The human body is a wonderful thing, isn't it? Despite the fact that each of us starts out with two eyes, one nose, and a set of diverse organs, there are certain little quirks in each of us that are a reminder of the uniqueness in our sameness. For a great example of that, look no further than your ears.
Of course, you can't look at your ears directly, but the next time you happen to be in front of a mirror, why not take a closer look at the organs that allow you to connect with the world with sound, helping you hear ambulance sirens or the latest music album in equal measure?
For the most part, ears are nothing to write home about, but there are a tiny proportion of the population who have tiny holes in their ears in a kind of odd place, near where your ear connects with the rest of your head. People with these holes have not had an unfortunate mishap while piercing their ears; no, they're born with that little hole, and it's pretty interesting once you find out why.
This tiny hole is called a preauricular sinus, and if you're living in the United Kingdom or the United States, there's less than a one percent chance you've got one. Usually appearing on one ear but also capable of appearing on both sides, this tiny hole is an inherited feature, which appears while a fetus is in the early stages of its development.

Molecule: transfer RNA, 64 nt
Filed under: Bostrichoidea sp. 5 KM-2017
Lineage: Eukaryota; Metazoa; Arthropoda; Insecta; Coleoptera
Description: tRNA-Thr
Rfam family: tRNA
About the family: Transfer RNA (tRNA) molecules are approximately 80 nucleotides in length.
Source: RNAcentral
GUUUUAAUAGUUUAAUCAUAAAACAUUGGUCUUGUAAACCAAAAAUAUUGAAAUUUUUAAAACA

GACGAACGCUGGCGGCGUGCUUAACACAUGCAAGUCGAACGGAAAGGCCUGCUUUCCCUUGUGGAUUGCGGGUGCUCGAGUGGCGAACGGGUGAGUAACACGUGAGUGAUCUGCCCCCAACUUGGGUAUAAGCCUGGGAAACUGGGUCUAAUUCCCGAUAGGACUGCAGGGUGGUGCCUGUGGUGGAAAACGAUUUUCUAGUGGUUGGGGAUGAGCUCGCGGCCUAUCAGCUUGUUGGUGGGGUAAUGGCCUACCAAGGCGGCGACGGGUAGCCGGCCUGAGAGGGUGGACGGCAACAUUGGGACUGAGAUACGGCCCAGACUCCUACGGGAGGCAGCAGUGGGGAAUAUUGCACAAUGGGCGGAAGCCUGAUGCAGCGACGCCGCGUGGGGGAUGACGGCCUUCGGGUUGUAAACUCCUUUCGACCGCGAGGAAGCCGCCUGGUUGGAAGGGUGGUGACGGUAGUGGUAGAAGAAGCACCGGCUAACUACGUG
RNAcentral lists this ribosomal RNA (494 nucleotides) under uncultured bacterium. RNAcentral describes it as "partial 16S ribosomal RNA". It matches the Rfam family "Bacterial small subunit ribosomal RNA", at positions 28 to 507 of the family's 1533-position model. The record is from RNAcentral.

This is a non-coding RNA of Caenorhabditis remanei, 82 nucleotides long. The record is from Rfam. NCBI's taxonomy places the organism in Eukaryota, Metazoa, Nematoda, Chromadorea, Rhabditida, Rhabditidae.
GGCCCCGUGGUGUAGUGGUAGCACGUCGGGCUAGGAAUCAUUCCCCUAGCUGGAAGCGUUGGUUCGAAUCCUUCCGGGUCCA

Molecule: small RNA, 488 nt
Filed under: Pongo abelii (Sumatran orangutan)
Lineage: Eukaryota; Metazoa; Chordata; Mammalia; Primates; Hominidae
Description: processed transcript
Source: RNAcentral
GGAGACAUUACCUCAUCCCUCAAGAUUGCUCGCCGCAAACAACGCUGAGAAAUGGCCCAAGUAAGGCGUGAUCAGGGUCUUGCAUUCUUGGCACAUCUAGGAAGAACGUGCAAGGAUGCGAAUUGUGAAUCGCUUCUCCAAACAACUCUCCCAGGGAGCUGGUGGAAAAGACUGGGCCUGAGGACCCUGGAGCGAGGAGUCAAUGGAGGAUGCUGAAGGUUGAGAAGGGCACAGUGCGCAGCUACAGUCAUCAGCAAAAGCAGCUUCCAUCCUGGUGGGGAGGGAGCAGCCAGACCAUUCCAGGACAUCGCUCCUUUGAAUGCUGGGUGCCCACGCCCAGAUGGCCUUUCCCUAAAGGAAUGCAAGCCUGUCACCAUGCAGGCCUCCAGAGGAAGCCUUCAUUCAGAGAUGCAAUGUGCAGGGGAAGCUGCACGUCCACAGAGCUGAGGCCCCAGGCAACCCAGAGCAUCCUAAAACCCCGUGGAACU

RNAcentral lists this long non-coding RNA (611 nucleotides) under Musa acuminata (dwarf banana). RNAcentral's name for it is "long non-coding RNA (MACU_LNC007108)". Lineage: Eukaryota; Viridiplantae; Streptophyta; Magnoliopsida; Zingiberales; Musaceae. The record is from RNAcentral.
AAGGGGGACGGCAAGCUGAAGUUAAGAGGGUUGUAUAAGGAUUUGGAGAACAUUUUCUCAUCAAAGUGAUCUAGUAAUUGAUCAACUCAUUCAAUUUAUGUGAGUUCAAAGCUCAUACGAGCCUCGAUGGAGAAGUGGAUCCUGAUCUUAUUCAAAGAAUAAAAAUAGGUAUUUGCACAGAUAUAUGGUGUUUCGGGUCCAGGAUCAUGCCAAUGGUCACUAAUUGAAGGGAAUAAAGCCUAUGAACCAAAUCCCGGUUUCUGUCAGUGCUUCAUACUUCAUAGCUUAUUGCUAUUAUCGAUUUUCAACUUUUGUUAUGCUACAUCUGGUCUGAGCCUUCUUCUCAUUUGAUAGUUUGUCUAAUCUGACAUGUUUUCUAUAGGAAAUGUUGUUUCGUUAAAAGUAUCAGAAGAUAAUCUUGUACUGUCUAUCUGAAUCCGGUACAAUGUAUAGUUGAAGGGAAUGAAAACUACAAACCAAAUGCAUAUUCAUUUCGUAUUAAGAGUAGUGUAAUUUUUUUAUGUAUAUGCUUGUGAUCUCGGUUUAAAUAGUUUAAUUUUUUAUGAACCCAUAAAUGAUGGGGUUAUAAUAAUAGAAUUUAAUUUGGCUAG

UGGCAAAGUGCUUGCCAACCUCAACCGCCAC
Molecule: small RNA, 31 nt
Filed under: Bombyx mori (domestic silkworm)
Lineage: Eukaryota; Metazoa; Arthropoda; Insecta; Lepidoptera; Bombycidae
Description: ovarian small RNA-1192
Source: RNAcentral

A study published in the US National Library of Medicine back in 1864 by a scientist known as Van Heusinger was the very first reported occurrence of the preauricular sinus, but I'd imagine they were around for hundreds (if not thousands) of years before that.
So why exactly do we have this little ear hole? It's not definitively known, but the evolutionary scientist Neil Shubin thinks that the preauricular sinus is actually a leftover from the days of humankind past, saying that they could be a "evolutionary remnant of fish gills". Food for thought, isn't it?
For those of you with one of these fascinating holes, don't freak out; they're completely harmless unless they get infected, and even then, can be adequately dealt with during surgery. Thanks to their close proximity to the facial nerve (which controls the muscles responsible for your smiles and frowns), this surgery is usually carried out by a trained, experienced surgeon.
So there you have it! Some people are tall, some people have curly hair instead of straight, but if you're one of the lucky few in the world to have a preauricular sinus, then don't worry! It's just a reminder that you're a wonderful and unique human being. Whatever you do, though, please do not treat your preauricular sinus as a piercing, and try to slip an earring through there. That would be bad.